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Telepsychiatry in Action: One Woman’s Story
Karen Renken often picks up a phone or logs on to talk to her therapist or members of her support group. These are just some of the ways that telepsychiatry treatment is improving her life.
By Denise Mann
Medically Reviewed by Farrokh Sohrabi, MD
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Karen Renken’s telephone and computer are her lifelines. They allow her to contact her psychiatrist during tumultuous times when she's too anxious to leave her home or can’t drive because of the side effects of her psychiatric medication.
The 52-year-old former cosmetologist has several mental illnesses, including bipolar disorder and post-traumatic stress disorder. She's currently on disability. “Sometimes I’m so drained and upset that I don't want to leave my house," she says. "To be able to sit down and turn on my computer and talk to my therapist is a joy.”
Known as telepsychiatry, this type of psychiatric treatment is helping many like Renken survive and thrive in the face of mental illness. Video sessions make treatment more accessible and convenient to those who don't have local specialists or aren't able to get to a therapist's office. Some people, like Renken, log on at home, while others use a local primary care clinic.
“Skype is great because they can see you and whether or not you are taking care of yourself,” she says. “I can walk around with my laptop and say, ‘This is what I am doing.’ ”
Renken also uses Skype for group therapy sessions, which help her feel less alone during the times she is too anxious to leave the house.
The Role of Telemedicine for Treatment
“The obvious benefit of telepsychiatry is that people can get access to psychiatrists more easily, especially in geographic areas where there is a shortage or it’s not easy to get to the office," says , a professor of psychiatry at the University of California, Davis, in Sacramento, and a board member of the American Telemedicine Association. "You can see a practitioner who has an area of expertise and interest that doesn’t exist locally,” he says.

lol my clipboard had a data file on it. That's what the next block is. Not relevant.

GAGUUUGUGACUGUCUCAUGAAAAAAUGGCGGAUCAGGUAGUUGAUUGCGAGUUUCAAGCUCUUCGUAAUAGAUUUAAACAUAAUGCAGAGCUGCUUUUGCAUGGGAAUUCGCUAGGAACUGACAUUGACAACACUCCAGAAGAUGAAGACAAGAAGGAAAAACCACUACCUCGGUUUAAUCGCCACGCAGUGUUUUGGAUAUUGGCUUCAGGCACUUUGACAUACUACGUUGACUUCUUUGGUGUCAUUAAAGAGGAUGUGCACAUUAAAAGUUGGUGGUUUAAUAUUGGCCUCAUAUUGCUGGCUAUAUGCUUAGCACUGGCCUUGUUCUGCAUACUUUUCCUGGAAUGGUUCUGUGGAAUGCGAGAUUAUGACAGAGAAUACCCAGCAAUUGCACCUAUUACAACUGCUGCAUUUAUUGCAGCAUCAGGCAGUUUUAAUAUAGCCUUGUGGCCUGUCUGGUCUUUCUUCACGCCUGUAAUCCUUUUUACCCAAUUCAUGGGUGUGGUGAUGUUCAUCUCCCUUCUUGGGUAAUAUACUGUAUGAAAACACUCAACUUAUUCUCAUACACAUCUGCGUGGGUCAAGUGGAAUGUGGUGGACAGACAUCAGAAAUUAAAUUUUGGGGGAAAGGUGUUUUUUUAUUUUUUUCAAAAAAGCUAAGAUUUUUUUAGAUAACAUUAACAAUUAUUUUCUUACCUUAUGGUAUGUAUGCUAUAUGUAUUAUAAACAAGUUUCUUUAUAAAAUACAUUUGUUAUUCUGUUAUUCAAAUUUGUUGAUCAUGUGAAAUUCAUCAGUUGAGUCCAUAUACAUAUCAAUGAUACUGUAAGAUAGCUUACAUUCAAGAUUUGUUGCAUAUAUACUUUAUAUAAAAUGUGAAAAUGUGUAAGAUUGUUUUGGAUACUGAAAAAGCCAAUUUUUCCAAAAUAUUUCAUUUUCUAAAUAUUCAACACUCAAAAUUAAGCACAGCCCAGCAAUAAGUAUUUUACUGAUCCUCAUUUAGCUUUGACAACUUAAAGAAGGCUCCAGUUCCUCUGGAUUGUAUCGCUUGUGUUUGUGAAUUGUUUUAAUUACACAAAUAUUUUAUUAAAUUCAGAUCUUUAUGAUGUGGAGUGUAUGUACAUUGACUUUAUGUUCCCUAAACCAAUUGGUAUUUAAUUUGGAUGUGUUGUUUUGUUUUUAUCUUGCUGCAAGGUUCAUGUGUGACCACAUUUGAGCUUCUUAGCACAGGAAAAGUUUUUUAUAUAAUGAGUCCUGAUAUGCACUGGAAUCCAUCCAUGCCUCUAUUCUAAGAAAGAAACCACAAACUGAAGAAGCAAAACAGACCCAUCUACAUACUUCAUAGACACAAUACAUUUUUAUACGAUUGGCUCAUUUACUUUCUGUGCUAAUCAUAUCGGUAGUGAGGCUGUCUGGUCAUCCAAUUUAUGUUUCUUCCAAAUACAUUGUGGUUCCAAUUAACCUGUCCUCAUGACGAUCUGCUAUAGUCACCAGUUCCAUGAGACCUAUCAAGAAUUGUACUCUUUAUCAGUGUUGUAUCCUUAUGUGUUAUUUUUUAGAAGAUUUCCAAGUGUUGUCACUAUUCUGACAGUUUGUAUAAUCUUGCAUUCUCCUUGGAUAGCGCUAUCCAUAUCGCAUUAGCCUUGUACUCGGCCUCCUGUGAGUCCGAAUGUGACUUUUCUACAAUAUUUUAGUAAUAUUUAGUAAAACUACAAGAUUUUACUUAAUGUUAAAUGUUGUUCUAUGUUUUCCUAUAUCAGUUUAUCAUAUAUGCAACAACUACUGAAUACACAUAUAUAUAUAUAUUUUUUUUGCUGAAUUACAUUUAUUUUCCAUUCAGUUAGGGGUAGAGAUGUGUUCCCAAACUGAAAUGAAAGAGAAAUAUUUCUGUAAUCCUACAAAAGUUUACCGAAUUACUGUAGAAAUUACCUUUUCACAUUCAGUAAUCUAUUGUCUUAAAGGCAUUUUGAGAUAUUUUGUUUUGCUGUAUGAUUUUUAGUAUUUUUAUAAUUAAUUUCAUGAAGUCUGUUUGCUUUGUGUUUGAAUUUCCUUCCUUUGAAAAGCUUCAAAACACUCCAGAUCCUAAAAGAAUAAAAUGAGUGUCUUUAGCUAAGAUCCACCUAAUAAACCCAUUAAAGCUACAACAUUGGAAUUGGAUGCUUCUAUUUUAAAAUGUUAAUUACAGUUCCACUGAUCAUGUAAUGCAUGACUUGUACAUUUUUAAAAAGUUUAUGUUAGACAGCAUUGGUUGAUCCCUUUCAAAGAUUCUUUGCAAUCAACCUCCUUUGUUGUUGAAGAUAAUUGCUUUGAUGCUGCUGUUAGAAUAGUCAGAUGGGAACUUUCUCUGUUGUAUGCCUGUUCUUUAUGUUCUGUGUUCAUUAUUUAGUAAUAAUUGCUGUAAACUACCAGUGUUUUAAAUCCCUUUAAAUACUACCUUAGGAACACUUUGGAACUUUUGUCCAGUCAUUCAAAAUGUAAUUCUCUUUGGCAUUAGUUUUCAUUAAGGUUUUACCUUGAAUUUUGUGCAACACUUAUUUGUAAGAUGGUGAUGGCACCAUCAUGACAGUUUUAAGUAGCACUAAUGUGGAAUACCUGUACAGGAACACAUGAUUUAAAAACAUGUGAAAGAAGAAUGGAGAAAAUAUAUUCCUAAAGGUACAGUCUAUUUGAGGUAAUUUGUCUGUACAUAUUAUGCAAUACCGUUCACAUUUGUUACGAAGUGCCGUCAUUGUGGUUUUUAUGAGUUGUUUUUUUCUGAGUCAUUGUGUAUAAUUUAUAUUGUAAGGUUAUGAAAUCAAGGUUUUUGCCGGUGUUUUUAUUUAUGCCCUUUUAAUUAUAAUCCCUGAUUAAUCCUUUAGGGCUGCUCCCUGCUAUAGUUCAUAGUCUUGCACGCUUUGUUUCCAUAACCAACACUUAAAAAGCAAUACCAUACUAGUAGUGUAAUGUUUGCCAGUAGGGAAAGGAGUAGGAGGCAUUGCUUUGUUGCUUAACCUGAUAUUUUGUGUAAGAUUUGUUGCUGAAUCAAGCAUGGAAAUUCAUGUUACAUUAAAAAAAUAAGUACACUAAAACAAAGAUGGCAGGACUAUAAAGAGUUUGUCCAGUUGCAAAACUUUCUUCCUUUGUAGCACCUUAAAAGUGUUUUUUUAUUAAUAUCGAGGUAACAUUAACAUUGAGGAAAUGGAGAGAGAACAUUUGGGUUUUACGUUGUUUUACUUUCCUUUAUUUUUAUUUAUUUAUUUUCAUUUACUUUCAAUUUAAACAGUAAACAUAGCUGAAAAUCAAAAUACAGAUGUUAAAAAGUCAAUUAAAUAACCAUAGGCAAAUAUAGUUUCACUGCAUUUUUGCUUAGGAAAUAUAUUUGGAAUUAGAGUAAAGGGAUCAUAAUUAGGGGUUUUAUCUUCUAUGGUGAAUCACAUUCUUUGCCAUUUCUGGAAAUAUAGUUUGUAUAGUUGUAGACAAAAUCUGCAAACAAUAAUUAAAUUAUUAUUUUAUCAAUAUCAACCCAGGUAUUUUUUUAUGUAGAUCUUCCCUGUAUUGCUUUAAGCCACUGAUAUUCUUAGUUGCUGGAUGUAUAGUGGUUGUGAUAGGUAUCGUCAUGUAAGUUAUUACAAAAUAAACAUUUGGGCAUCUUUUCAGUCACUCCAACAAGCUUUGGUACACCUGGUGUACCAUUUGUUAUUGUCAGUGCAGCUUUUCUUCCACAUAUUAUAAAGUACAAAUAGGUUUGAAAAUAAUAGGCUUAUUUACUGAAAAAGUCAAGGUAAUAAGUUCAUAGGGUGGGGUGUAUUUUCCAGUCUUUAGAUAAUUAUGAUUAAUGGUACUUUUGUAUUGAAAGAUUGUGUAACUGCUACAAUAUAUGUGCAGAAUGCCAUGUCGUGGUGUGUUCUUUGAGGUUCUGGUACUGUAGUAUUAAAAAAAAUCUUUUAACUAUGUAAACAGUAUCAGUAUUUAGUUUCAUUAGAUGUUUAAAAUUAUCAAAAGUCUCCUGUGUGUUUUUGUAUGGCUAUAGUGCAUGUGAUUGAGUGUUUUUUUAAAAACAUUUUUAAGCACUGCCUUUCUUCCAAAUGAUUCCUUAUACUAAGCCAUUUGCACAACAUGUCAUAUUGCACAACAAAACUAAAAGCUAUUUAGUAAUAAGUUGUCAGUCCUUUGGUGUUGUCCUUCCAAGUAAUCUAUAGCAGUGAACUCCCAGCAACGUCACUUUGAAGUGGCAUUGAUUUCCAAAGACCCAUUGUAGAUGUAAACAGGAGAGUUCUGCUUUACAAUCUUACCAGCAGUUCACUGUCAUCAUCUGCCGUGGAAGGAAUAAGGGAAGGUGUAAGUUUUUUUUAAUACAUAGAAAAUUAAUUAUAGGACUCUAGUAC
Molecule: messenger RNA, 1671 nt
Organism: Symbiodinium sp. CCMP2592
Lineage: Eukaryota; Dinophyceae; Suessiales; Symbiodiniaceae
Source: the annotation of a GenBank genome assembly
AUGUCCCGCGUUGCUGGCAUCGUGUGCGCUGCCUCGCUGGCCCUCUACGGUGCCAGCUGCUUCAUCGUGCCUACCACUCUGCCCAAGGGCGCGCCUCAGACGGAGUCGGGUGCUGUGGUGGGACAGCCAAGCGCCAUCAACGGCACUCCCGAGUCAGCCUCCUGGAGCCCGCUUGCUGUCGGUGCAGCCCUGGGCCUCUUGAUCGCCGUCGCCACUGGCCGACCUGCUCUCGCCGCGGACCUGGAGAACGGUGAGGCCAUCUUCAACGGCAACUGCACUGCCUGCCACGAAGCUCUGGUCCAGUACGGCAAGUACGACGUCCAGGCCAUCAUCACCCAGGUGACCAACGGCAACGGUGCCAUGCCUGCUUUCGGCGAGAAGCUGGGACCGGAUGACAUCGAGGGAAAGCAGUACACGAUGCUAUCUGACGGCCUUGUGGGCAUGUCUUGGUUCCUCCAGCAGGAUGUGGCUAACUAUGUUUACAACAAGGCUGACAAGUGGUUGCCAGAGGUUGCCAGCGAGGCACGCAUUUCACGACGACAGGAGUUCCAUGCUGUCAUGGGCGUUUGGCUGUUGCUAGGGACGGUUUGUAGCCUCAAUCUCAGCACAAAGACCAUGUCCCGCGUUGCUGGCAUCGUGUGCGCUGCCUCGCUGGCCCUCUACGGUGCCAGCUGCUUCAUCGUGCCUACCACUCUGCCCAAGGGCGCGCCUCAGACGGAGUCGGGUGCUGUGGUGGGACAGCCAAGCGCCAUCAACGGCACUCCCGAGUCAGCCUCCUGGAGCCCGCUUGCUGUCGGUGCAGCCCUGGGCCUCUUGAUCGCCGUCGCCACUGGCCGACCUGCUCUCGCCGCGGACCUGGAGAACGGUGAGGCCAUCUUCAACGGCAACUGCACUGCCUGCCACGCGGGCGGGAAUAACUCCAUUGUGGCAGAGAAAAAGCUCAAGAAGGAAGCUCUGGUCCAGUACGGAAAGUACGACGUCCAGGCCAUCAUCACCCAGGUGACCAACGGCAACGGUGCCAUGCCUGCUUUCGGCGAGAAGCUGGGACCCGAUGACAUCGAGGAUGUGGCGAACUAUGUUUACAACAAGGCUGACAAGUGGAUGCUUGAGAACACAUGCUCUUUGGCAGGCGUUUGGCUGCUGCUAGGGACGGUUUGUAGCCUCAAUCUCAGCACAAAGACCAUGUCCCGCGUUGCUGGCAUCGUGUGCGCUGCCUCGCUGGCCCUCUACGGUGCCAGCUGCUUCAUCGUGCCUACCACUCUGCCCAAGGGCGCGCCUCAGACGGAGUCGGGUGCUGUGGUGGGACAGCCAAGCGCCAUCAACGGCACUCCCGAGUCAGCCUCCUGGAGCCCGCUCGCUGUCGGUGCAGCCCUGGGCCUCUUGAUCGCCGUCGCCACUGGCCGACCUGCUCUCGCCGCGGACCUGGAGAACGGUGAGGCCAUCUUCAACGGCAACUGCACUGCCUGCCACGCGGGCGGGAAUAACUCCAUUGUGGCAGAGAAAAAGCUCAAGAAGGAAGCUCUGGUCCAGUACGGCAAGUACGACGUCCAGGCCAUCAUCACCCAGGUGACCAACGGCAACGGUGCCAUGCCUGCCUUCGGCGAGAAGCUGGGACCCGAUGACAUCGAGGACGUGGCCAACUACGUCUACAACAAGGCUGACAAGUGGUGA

RELATED: The Many Benefits of Talk Therapy
Some psychiatric sessions simply don’t require a face-to-face visit, Baltimore psychiatrist Steven Daviss, MD, a clinical assistant professor at the University of Maryland School of Medicine and chair of the American Psychiatric Association’s Committee on Mental Health Information Technology, points out.
For Renken, who wants to move from her home in Bradenton, Fla., knowing that she wouldn't have to stop seeing her therapist could encourage her to take this step.
Road Rules for Telepsychiatry Treatment
Prescribing and monitoring psychiatric medication is also possible via telepsychiatry, Dr. Yellowlees says, noting that "most medicines can be prescribed electronically or called into a local pharmacy." Renken's medication adjustments were done this way, and she says she's been prescribed rescue medication in this manner, too.
It’s possible to get a correct diagnosis and treatment online, Yellowlees says, but practitioners need to follow important guidelines and put safeguards in place. “You must have the physical address that the patient is at and ideally a phone number or someone close by in case there is a serious issue,” he says.
Online screening and monitoring using apps can also help make in-person sessions more efficient. “Many people are more honest when they are answering questions in front of the computer,” he says. The psychiatrist then evaluates the information to make a diagnosis or tweak treatment.
As for security, "nothing is unhackable, but we are learning to be less hackable,” Dr. Daviss says. “You wouldn’t want to do this on a public computer.”
For Renken, though, the pros of telepsychiatry treatment definitely outweigh the cons.
“Being able to reach my therapist has saved my life during difficult times when I was suicidal or entering a manic stage," she says.
Video: Africa, Telemedicine, Telehealth by Doctor Gratis
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